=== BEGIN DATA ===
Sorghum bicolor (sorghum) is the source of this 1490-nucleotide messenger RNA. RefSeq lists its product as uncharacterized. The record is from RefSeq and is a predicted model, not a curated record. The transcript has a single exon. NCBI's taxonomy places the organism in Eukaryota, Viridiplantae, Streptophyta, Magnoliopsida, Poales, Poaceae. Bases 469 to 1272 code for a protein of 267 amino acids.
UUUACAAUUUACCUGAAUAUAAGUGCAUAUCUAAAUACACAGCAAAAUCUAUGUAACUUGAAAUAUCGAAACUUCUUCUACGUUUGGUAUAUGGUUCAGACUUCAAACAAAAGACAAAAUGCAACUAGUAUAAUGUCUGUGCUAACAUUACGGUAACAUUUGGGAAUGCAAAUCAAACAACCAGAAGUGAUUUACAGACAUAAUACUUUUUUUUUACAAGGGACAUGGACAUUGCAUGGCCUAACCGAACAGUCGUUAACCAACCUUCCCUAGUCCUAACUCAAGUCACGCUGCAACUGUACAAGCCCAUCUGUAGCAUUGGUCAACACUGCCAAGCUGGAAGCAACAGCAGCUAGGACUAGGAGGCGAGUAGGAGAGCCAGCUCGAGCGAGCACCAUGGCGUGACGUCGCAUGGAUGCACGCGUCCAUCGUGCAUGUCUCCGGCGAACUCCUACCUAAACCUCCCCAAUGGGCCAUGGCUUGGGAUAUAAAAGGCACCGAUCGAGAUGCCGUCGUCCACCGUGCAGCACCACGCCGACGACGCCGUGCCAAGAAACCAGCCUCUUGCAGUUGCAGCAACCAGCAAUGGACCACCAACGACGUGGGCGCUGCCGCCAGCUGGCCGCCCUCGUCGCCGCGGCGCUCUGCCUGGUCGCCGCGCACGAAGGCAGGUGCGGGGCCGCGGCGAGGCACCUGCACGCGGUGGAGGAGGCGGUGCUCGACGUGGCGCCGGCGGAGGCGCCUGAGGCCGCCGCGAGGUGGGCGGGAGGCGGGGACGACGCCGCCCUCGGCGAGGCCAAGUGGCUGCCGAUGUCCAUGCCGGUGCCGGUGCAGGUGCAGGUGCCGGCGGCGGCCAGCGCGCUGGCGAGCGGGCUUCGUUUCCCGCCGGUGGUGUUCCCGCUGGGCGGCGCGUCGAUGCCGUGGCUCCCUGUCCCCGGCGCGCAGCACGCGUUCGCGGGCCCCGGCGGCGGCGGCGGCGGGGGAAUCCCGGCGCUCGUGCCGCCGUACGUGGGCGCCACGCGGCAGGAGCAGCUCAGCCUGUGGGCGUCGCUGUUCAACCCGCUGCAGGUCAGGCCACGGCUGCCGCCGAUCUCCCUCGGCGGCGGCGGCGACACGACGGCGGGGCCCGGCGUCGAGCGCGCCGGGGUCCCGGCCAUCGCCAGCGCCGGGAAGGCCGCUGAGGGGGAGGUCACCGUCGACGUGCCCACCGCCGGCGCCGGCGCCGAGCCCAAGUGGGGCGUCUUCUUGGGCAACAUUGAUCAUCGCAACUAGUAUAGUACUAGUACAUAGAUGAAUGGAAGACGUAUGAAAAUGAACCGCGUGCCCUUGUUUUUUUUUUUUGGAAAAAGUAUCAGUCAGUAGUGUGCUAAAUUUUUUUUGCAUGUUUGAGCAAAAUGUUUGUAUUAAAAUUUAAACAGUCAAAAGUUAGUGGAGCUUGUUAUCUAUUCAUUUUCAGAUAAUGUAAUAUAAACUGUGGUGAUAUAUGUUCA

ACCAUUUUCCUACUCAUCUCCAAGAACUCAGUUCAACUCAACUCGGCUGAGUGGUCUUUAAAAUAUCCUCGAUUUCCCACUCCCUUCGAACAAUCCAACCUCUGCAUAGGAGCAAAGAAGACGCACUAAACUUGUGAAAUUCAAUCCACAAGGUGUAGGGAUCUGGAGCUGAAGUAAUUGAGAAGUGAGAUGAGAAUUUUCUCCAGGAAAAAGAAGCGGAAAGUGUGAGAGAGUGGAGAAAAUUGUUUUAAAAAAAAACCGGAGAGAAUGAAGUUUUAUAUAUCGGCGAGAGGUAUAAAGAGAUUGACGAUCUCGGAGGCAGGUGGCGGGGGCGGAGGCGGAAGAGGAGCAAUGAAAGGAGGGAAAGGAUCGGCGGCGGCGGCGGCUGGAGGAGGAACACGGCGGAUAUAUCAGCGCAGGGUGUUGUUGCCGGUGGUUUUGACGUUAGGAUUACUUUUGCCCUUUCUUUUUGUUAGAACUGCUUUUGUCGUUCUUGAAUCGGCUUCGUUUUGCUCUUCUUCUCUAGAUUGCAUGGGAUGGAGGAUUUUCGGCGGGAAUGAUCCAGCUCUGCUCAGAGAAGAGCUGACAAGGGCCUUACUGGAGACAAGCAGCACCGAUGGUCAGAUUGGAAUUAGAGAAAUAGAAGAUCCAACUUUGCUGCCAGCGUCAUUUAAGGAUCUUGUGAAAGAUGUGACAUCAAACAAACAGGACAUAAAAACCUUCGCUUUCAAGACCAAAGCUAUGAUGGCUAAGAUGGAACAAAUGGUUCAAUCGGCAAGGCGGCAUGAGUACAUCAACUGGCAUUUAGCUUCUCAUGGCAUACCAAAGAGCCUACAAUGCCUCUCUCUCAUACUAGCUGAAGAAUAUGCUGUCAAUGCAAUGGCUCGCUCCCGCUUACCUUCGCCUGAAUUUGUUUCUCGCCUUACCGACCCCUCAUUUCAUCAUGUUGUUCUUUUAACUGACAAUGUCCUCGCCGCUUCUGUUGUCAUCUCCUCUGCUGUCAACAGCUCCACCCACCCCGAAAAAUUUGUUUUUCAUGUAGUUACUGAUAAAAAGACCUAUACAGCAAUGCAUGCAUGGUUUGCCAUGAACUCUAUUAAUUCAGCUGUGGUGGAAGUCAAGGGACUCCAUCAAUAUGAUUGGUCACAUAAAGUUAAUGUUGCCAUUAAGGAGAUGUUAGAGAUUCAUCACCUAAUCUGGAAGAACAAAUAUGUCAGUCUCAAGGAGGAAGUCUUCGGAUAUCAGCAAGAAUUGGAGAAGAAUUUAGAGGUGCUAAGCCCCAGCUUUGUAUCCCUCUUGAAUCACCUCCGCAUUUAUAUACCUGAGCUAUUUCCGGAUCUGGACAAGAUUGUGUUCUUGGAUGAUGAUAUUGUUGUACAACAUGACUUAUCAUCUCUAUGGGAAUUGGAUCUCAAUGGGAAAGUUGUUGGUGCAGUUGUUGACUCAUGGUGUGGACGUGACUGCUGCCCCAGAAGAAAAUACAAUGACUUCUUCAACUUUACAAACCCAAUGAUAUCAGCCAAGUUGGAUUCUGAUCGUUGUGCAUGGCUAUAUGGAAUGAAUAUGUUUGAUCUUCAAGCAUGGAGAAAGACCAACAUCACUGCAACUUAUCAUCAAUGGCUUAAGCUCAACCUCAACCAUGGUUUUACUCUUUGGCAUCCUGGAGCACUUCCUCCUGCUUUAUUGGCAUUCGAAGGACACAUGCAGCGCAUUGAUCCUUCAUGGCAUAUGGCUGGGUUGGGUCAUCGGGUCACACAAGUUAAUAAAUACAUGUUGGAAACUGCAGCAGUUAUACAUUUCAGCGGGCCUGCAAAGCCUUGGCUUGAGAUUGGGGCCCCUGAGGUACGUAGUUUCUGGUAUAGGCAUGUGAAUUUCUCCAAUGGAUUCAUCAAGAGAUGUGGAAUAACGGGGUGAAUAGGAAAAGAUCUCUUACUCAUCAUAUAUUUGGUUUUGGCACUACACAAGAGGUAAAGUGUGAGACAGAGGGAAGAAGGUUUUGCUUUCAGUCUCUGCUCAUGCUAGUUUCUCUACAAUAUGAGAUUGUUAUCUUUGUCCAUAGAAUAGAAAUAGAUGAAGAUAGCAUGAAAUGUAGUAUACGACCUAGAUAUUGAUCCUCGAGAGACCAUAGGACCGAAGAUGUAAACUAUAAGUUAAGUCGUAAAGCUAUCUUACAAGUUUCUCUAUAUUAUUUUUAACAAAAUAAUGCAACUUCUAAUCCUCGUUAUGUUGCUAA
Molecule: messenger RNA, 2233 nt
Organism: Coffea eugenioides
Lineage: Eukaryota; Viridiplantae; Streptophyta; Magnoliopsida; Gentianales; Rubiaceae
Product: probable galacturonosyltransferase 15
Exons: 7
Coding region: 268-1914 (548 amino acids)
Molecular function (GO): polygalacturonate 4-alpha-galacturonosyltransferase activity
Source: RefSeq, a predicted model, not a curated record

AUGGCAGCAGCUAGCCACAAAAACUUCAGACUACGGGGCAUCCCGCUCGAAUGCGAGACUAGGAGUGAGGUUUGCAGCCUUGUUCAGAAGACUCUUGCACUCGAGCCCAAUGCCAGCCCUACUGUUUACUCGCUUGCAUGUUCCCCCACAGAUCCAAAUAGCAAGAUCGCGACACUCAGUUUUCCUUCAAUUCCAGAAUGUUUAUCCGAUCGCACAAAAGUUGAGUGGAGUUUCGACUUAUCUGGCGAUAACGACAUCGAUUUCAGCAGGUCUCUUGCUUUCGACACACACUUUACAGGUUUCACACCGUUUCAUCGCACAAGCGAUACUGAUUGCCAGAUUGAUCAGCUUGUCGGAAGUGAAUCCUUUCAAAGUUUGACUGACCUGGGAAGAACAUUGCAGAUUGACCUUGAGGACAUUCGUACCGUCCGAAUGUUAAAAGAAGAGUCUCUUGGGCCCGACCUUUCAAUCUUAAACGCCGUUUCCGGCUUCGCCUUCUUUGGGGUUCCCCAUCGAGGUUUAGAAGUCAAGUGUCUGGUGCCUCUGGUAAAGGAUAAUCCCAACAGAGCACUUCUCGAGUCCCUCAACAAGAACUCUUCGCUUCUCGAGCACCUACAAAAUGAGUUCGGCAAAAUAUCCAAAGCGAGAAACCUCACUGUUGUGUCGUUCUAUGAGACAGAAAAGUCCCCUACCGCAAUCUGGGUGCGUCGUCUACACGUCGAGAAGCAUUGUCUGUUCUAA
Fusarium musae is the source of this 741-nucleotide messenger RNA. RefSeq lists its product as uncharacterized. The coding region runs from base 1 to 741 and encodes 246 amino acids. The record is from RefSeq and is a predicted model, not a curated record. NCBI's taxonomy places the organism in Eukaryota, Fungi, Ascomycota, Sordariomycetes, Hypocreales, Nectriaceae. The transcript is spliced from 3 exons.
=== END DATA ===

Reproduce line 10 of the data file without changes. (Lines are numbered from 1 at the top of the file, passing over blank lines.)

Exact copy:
Molecular function (GO): polygalacturonate 4-alpha-galacturonosyltransferase activity